Nigeria is a developing country with an insufficient supply of energy to meet the continuously growing demand. However, there are several biomass resources available within the country. This paper presents a desk review, which investigates the potential resources for biomass energy generation within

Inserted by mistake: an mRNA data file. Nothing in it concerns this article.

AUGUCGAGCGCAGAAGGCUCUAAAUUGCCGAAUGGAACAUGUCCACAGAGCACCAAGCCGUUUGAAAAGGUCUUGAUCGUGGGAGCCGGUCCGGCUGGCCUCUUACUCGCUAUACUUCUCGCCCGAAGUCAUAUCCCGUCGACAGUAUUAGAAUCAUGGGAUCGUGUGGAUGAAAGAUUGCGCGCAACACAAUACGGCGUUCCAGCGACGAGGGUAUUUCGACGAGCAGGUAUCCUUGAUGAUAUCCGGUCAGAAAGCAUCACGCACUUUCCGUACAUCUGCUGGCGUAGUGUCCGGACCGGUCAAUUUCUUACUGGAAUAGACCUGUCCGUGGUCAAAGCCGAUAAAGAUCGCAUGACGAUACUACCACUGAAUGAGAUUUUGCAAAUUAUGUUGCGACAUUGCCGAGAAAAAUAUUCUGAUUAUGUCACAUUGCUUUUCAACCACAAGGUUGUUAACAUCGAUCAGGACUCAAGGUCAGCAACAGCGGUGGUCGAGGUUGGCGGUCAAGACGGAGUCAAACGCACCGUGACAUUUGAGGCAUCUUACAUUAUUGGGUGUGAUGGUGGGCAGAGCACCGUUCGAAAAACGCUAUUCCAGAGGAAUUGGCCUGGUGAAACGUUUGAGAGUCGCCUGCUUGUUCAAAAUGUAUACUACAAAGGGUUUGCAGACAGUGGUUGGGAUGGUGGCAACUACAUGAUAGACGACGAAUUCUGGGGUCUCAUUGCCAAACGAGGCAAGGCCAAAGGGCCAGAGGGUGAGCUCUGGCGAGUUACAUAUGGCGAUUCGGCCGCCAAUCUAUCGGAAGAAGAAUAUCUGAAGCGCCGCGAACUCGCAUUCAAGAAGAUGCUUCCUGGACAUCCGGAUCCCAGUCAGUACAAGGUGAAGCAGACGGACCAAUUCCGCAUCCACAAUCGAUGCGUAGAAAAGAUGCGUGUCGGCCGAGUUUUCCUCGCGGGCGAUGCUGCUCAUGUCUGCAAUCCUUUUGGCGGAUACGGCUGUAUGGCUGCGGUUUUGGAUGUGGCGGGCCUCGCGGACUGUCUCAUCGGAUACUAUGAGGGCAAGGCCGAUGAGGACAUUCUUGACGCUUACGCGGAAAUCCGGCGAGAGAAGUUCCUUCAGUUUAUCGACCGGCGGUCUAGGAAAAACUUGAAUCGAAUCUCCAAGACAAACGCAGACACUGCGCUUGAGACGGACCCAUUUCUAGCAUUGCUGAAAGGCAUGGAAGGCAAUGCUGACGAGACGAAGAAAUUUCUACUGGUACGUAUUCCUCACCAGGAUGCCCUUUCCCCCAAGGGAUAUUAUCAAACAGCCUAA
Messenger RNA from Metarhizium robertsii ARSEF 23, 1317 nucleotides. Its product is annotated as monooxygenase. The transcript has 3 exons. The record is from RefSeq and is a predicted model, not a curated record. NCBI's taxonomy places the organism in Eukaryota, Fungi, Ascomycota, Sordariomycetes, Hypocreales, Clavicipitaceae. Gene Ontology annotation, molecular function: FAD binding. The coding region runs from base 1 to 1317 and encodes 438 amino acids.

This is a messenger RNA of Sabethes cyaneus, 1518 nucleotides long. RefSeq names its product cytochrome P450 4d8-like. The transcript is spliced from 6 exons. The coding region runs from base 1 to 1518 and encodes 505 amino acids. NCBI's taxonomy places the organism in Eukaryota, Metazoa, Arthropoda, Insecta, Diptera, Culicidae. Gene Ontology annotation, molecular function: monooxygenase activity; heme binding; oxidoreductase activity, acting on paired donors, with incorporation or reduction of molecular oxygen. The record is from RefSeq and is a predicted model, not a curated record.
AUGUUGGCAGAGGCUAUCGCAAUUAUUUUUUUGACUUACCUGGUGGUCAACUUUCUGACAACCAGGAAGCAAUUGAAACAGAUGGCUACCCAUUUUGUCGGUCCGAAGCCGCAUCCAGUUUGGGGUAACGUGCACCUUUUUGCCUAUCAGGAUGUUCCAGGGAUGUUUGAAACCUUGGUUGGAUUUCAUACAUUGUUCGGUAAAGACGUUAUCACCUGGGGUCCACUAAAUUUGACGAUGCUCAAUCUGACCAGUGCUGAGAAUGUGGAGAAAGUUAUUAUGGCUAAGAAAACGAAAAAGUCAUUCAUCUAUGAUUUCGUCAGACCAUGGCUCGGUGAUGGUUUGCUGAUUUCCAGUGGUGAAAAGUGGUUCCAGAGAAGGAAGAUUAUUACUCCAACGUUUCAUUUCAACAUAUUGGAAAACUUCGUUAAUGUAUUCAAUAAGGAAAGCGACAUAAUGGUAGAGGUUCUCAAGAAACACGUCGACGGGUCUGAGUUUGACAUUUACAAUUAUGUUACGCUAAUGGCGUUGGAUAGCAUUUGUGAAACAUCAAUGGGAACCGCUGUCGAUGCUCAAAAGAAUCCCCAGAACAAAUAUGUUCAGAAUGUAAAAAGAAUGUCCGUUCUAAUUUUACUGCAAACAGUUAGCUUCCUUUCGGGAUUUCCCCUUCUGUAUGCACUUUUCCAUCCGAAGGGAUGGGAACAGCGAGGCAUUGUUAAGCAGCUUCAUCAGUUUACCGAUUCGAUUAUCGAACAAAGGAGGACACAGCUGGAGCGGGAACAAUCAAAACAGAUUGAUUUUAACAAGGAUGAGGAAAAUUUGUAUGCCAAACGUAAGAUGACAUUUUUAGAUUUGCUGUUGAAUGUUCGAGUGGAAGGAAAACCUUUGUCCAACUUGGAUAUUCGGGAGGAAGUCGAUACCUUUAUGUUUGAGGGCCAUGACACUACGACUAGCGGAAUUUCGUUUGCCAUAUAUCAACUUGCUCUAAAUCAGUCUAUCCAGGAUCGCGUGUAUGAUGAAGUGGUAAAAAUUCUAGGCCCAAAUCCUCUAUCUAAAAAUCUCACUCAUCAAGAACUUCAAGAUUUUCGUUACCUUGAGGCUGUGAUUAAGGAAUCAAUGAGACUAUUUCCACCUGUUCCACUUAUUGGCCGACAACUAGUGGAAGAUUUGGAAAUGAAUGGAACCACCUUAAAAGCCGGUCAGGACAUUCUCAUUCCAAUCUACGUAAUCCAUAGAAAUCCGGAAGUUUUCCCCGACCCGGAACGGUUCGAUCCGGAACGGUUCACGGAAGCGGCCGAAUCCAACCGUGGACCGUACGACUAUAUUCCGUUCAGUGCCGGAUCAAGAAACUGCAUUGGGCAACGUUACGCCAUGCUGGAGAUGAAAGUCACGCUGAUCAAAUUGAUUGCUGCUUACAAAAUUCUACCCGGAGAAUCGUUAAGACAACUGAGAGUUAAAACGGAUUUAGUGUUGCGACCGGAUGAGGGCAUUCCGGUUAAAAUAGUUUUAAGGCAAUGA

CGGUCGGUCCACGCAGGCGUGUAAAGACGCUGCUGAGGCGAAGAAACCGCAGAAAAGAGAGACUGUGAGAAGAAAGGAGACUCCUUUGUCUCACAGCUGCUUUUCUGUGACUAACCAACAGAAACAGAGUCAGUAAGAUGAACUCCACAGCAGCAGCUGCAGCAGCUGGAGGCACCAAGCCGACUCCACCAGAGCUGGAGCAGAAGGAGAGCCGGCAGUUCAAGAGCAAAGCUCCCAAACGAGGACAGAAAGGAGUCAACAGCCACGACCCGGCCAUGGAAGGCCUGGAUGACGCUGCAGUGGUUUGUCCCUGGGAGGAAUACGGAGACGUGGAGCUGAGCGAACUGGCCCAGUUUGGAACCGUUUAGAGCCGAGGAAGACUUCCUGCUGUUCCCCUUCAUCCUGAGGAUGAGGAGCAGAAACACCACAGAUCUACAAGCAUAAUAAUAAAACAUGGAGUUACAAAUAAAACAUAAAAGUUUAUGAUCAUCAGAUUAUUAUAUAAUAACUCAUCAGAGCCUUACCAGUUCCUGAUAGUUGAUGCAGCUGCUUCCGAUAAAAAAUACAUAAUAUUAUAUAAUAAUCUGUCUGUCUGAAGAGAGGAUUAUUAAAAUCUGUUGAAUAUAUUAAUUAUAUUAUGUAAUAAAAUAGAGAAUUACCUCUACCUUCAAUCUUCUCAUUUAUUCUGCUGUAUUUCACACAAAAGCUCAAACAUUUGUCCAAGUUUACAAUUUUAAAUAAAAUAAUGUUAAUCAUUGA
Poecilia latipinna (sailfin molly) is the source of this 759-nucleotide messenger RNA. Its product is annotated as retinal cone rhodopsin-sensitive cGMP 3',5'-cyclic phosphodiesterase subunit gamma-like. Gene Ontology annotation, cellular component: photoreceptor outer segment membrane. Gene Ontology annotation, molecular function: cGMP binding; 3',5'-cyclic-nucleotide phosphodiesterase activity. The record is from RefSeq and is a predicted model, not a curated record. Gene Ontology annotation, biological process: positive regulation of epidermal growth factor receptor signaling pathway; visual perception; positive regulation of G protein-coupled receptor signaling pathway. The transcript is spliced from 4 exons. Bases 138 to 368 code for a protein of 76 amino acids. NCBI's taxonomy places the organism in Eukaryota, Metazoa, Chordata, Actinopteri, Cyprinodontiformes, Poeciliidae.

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Nigeria is a developing country with an insufficient supply of energy to meet the continuously growing demand. However, there are several biomass resources available within the country. This paper presents a desk review, which investigates the potential resources for biomass energy generation within the country. Energy policies to aid biomass use as an energy source within the country were also reviewed. Biomass resources identified within Nigeria include forest residues, agricultural residues, human and animal wastes, aquatic biomass, and energy crops. However, several of the resources, particularly agricultural residues, have competing uses, such as livestock feed and soil rejuvenation. An estimation of the technical energy potential of the biomass resources revealed that about 2.33 EJ could be generated from the available resources in Nigeria. Agricultural residues have an energy potential of about 1.09 EJ, with cassava, maize, oil palm, plantain, rice, and sorghum being the major contributors. Animal wastes, municipal solid waste, and forest residues have energy potentials of 0.65, 0.11, and 0.05 EJ, respectively. The potentials of wood fuel and charcoal are 0.38 and 0.05 EJ, respectively. The study found that despite the available potential and existing policies, not much has been done in the implementation of large-scale bioenergy within the country. However, there has been laboratory and research-scale investigations. The review suggests that more policies and stronger enforcement will aid bioenergy development within the country. From the review, it has been suggested that the agricultural sector needs to be developed to generate more biomass resources. More research, development, and implementation have to be carried out on biomass resources and bioenergy generation processes. The production of non-edible energy crops in marginal lands should also be considered prime to the development of bioenergy within the country.